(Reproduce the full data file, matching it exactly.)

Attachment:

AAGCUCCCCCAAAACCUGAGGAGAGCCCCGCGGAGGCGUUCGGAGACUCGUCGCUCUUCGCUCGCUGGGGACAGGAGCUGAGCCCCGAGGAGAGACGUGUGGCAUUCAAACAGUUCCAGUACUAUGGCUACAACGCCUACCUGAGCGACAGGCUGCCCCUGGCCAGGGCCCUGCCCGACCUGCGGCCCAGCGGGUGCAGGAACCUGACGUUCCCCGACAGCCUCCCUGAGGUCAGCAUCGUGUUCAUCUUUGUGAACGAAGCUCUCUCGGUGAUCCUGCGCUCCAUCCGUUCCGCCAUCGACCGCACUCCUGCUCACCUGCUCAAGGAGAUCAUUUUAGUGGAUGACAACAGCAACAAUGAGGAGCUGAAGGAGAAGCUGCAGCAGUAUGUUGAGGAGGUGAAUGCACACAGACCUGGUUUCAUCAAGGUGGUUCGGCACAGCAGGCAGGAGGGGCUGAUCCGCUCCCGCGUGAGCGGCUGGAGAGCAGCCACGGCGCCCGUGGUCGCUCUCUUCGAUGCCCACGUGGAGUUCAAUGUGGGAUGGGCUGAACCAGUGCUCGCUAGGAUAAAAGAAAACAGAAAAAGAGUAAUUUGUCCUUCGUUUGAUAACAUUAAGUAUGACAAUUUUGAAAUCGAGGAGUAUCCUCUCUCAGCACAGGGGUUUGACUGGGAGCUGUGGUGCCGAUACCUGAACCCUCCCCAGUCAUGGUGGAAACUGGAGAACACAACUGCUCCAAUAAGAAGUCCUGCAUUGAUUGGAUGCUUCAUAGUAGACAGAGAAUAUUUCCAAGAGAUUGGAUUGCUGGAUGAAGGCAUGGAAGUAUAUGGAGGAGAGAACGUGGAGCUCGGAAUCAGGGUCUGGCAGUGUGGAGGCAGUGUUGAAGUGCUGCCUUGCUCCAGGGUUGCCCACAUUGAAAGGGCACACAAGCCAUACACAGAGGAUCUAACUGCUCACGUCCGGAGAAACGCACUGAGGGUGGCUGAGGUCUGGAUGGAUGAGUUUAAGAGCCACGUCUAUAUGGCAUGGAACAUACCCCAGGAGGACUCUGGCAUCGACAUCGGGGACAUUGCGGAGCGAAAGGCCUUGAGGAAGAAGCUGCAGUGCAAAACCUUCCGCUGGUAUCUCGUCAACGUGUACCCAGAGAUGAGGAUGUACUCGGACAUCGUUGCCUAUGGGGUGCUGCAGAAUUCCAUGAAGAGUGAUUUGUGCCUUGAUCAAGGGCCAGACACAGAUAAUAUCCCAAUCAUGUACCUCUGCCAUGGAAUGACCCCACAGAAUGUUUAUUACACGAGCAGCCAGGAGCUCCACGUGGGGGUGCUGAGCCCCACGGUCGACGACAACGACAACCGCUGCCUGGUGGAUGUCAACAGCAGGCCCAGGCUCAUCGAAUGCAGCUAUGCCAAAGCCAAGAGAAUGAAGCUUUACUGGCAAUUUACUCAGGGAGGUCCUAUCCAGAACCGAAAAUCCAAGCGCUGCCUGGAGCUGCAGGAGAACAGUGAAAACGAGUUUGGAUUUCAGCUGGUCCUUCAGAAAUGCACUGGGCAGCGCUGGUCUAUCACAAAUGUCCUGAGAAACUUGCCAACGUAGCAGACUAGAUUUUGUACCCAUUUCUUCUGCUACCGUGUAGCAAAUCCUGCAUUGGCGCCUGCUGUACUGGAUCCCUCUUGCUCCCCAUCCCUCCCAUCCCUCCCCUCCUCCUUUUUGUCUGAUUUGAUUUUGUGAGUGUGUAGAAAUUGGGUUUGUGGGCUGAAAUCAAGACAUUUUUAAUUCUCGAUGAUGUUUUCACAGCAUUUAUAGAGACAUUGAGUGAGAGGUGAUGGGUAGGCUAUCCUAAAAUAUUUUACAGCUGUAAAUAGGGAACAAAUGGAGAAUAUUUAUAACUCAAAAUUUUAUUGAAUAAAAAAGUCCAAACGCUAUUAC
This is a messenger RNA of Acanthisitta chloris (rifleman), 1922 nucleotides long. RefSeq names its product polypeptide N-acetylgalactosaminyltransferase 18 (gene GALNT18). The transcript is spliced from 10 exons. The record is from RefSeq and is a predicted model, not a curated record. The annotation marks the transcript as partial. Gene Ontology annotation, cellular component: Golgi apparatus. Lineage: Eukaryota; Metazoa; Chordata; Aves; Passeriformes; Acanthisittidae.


AAGCUCCCCCAAAACCUGAGGAGAGCCCCGCGGAGGCGUUCGGAGACUCGUCGCUCUUCGCUCGCUGGGGACAGGAGCUGAGCCCCGAGGAGAGACGUGUGGCAUUCAAACAGUUCCAGUACUAUGGCUACAACGCCUACCUGAGCGACAGGCUGCCCCUGGCCAGGGCCCUGCCCGACCUGCGGCCCAGCGGGUGCAGGAACCUGACGUUCCCCGACAGCCUCCCUGAGGUCAGCAUCGUGUUCAUCUUUGUGAACGAAGCUCUCUCGGUGAUCCUGCGCUCCAUCCGUUCCGCCAUCGACCGCACUCCUGCUCACCUGCUCAAGGAGAUCAUUUUAGUGGAUGACAACAGCAACAAUGAGGAGCUGAAGGAGAAGCUGCAGCAGUAUGUUGAGGAGGUGAAUGCACACAGACCUGGUUUCAUCAAGGUGGUUCGGCACAGCAGGCAGGAGGGGCUGAUCCGCUCCCGCGUGAGCGGCUGGAGAGCAGCCACGGCGCCCGUGGUCGCUCUCUUCGAUGCCCACGUGGAGUUCAAUGUGGGAUGGGCUGAACCAGUGCUCGCUAGGAUAAAAGAAAACAGAAAAAGAGUAAUUUGUCCUUCGUUUGAUAACAUUAAGUAUGACAAUUUUGAAAUCGAGGAGUAUCCUCUCUCAGCACAGGGGUUUGACUGGGAGCUGUGGUGCCGAUACCUGAACCCUCCCCAGUCAUGGUGGAAACUGGAGAACACAACUGCUCCAAUAAGAAGUCCUGCAUUGAUUGGAUGCUUCAUAGUAGACAGAGAAUAUUUCCAAGAGAUUGGAUUGCUGGAUGAAGGCAUGGAAGUAUAUGGAGGAGAGAACGUGGAGCUCGGAAUCAGGGUCUGGCAGUGUGGAGGCAGUGUUGAAGUGCUGCCUUGCUCCAGGGUUGCCCACAUUGAAAGGGCACACAAGCCAUACACAGAGGAUCUAACUGCUCACGUCCGGAGAAACGCACUGAGGGUGGCUGAGGUCUGGAUGGAUGAGUUUAAGAGCCACGUCUAUAUGGCAUGGAACAUACCCCAGGAGGACUCUGGCAUCGACAUCGGGGACAUUGCGGAGCGAAAGGCCUUGAGGAAGAAGCUGCAGUGCAAAACCUUCCGCUGGUAUCUCGUCAACGUGUACCCAGAGAUGAGGAUGUACUCGGACAUCGUUGCCUAUGGGGUGCUGCAGAAUUCCAUGAAGAGUGAUUUGUGCCUUGAUCAAGGGCCAGACACAGAUAAUAUCCCAAUCAUGUACCUCUGCCAUGGAAUGACCCCACAGAAUGUUUAUUACACGAGCAGCCAGGAGCUCCACGUGGGGGUGCUGAGCCCCACGGUCGACGACAACGACAACCGCUGCCUGGUGGAUGUCAACAGCAGGCCCAGGCUCAUCGAAUGCAGCUAUGCCAAAGCCAAGAGAAUGAAGCUUUACUGGCAAUUUACUCAGGGAGGUCCUAUCCAGAACCGAAAAUCCAAGCGCUGCCUGGAGCUGCAGGAGAACAGUGAAAACGAGUUUGGAUUUCAGCUGGUCCUUCAGAAAUGCACUGGGCAGCGCUGGUCUAUCACAAAUGUCCUGAGAAACUUGCCAACGUAGCAGACUAGAUUUUGUACCCAUUUCUUCUGCUACCGUGUAGCAAAUCCUGCAUUGGCGCCUGCUGUACUGGAUCCCUCUUGCUCCCCAUCCCUCCCAUCCCUCCCCUCCUCCUUUUUGUCUGAUUUGAUUUUGUGAGUGUGUAGAAAUUGGGUUUGUGGGCUGAAAUCAAGACAUUUUUAAUUCUCGAUGAUGUUUUCACAGCAUUUAUAGAGACAUUGAGUGAGAGGUGAUGGGUAGGCUAUCCUAAAAUAUUUUACAGCUGUAAAUAGGGAACAAAUGGAGAAUAUUUAUAACUCAAAAUUUUAUUGAAUAAAAAAGUCCAAACGCUAUUAC
This is a messenger RNA of Acanthisitta chloris (rifleman), 1922 nucleotides long. RefSeq names its product polypeptide N-acetylgalactosaminyltransferase 18 (gene GALNT18). The transcript is spliced from 10 exons. The record is from RefSeq and is a predicted model, not a curated record. The annotation marks the transcript as partial. Gene Ontology annotation, cellular component: Golgi apparatus. Lineage: Eukaryota; Metazoa; Chordata; Aves; Passeriformes; Acanthisittidae.